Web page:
Struggling to alleviate poverty

2010-08-05 00:00

ALMOST all developing countries struggle to alleviate poverty, with the hope of ultimately abolishing it from their societies. No doubt all of them have a tendency to underplay the nature of the problem: governments don’t like to be constantly reminded of their greatest challenges. South Africa is no exception in this regard. In this country public discourse spends far too little of its energy on the question of poverty and on the related issue of unemployment.

On July 28, on page four of this newspaper, there appeared an unobtrusive report, based on figures from Statistics SA, which noted that the unemployment rate for the second quarter of 2010 is “virtually unchanged” at 25,3%. The report added that the results suggest that “the government’s commitment to halving unemployment by 2014 may be going nowhere.”

In my view this should have been a headline, splashed across the front page. The question of unemployment, and of the poverty that flows from it, is arguably the biggest issue in this country — even more important than corruption and other crime (appalling though these are) and service delivery protests (significant though these are). On the whole unemployed people do not band together and protest: they tend to be too weak, too poor and too demoralised to do so.

The issue is crucial from a humane point of view. It is a blot on everyone in a society when some are very rich while others struggle and starve. Those who feel this most strongly in the political arena are those on the left, particularly many members of the SACP and Cosatu. Concern for the poor, indeed identification with the poor, is also at the heart of the world’s great religions. But those who prioritise economic growth should be aware that even potential investors are concerned about a high unemployment rate: it is an indication that a society is not functioning successfully.

What then should be happening? Well, to start with, prominent members of the government should drop their disgusting habits of conspicuous consumption. It is shameful, for example, that Blade Nzimande, who has seemed to be a committed member of the SACP, should be known now for his grand car and huge hotel bills. Then please let us have no more absurd talk of a bid for the Olympic Games in 2020. The World Cup was a great event, and we hope that it will prove to be positive, psychologically and sociologically. But it would be mad to think of spending more billions on sporting facilities while many South Africans are without shelter, water and food.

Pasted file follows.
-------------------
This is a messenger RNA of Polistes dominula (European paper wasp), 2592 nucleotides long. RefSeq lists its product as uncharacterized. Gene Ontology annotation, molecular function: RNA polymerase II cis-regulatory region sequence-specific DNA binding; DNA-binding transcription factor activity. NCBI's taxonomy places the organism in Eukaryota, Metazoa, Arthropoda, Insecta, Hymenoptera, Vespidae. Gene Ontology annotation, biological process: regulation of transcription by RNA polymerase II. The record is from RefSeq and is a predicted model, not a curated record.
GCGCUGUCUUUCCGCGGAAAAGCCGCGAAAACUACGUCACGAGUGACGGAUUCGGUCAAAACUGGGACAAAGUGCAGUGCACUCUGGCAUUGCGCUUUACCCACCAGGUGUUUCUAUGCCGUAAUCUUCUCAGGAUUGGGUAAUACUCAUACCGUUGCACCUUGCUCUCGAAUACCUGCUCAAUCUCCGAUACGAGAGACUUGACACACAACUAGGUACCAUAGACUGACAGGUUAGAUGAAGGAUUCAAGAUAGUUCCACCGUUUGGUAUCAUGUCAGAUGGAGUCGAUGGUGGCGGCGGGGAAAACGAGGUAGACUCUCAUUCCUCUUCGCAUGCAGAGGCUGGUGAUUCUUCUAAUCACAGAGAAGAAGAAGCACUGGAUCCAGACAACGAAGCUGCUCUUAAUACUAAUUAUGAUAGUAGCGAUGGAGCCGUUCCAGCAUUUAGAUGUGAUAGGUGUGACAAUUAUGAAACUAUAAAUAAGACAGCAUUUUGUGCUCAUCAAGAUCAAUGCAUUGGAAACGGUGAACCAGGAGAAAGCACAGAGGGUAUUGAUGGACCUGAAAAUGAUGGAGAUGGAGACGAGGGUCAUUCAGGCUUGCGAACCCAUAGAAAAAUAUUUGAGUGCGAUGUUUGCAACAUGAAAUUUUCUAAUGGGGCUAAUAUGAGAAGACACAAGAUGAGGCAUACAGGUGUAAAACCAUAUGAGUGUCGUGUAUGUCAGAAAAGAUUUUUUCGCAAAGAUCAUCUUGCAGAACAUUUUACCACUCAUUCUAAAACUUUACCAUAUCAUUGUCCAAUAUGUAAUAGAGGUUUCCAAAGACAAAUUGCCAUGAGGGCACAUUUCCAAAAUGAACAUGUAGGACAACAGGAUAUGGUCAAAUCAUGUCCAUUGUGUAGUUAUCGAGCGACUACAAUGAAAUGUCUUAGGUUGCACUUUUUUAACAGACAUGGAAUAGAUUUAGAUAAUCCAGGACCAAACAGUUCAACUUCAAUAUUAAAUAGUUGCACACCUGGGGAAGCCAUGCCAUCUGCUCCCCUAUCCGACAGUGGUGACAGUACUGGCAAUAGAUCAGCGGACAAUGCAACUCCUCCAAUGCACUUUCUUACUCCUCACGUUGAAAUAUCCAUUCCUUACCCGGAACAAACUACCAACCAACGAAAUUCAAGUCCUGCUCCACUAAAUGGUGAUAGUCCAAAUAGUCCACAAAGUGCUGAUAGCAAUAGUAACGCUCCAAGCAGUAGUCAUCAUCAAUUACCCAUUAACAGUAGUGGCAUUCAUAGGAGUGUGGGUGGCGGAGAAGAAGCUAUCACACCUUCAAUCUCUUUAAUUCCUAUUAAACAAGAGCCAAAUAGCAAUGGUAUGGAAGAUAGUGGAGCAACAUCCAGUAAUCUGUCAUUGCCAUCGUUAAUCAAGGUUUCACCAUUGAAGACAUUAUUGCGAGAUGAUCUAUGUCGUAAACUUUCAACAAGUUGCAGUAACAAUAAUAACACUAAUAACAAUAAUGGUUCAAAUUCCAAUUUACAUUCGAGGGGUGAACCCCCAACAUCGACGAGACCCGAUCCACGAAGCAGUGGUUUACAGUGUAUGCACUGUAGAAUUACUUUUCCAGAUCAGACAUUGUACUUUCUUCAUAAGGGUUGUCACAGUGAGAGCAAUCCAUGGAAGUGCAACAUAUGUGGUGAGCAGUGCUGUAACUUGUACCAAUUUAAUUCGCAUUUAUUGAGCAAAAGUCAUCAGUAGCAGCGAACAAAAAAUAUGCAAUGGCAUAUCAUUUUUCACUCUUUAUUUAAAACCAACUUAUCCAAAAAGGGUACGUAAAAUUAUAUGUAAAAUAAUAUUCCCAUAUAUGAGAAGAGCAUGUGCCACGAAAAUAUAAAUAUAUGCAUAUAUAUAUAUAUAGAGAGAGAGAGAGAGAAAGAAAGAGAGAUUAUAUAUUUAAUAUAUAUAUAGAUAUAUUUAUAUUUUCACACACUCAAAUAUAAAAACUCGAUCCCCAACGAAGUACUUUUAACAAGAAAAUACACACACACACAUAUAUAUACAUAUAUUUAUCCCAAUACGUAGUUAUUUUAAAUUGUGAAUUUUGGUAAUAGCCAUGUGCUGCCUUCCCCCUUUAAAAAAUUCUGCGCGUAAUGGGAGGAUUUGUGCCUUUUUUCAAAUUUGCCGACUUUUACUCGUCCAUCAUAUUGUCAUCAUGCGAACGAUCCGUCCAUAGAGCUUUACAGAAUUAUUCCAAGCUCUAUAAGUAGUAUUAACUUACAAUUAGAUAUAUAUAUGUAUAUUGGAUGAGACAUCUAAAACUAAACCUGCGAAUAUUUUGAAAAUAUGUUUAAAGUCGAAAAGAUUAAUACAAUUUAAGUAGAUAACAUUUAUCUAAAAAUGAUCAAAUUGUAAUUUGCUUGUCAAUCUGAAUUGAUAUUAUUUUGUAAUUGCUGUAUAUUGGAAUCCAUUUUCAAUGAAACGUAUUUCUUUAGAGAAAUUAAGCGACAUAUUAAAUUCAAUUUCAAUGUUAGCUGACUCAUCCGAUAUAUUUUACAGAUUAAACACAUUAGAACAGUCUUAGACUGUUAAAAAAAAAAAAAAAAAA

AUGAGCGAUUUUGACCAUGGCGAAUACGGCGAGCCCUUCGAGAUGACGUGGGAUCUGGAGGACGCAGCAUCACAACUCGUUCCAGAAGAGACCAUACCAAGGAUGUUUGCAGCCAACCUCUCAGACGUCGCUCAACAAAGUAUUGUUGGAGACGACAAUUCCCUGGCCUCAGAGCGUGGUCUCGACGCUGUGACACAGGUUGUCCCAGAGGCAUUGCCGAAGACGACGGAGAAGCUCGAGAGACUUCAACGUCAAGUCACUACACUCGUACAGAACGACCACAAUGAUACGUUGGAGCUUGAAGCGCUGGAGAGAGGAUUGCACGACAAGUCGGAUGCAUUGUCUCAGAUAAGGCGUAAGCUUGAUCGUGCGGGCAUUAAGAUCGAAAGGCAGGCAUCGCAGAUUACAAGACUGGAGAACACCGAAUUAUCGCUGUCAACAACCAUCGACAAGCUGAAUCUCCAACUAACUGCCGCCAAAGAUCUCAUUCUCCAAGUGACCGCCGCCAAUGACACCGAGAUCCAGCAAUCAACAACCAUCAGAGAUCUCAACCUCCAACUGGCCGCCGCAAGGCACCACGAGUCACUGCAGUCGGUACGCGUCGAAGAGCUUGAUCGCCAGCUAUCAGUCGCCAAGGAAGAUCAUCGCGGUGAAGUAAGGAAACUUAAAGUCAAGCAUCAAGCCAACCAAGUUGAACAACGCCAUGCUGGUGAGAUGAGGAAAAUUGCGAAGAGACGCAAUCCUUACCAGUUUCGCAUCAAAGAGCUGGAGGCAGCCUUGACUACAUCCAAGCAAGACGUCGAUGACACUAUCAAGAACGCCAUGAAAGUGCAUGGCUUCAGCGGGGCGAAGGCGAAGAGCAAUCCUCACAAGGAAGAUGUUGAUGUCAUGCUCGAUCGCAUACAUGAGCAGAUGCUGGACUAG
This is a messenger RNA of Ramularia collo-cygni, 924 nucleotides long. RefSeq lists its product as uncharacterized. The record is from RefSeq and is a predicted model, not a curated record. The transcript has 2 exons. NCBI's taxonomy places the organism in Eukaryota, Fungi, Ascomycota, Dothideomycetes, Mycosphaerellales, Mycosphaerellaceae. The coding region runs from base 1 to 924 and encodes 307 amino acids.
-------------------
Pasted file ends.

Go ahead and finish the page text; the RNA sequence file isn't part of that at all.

The great task, really, is to develop or manipulate our economy in such a way that, without losing the gains that we have made, money and employment flow through the whole of society, as in developed countries, and not just through certain sections of it.

This requires innovative thinking, and huge advances in education. In both of these respects South Africa is at the moment lagging behind.

Two countries which also struggle with unemployment and extreme poverty are Brazil and India. Brazil has begun to turn things around through a great increase in social spending, and by decentralising its social policies. In many parts of Brazil municipalities appear to be strong (as on the whole they are not here), and local government has made it possible for poor people to participate in social policy making and implementation. In India a significant boost to employment has been provided by the country’s rapid economic growth. The government has also devised wage employment programmes and given assistance to those opting for self- employment.

The South African government gives out large sums of money in social grants. This is wise and humane, but it hasn’t greatly alleviated the poverty, and it isn’t a way of solving the real issue. The government has also mounted public works programmes, though probably not on a sufficiently large scale. Much more needs to be done. And there needs to be a far stronger spotlight on the whole issue.

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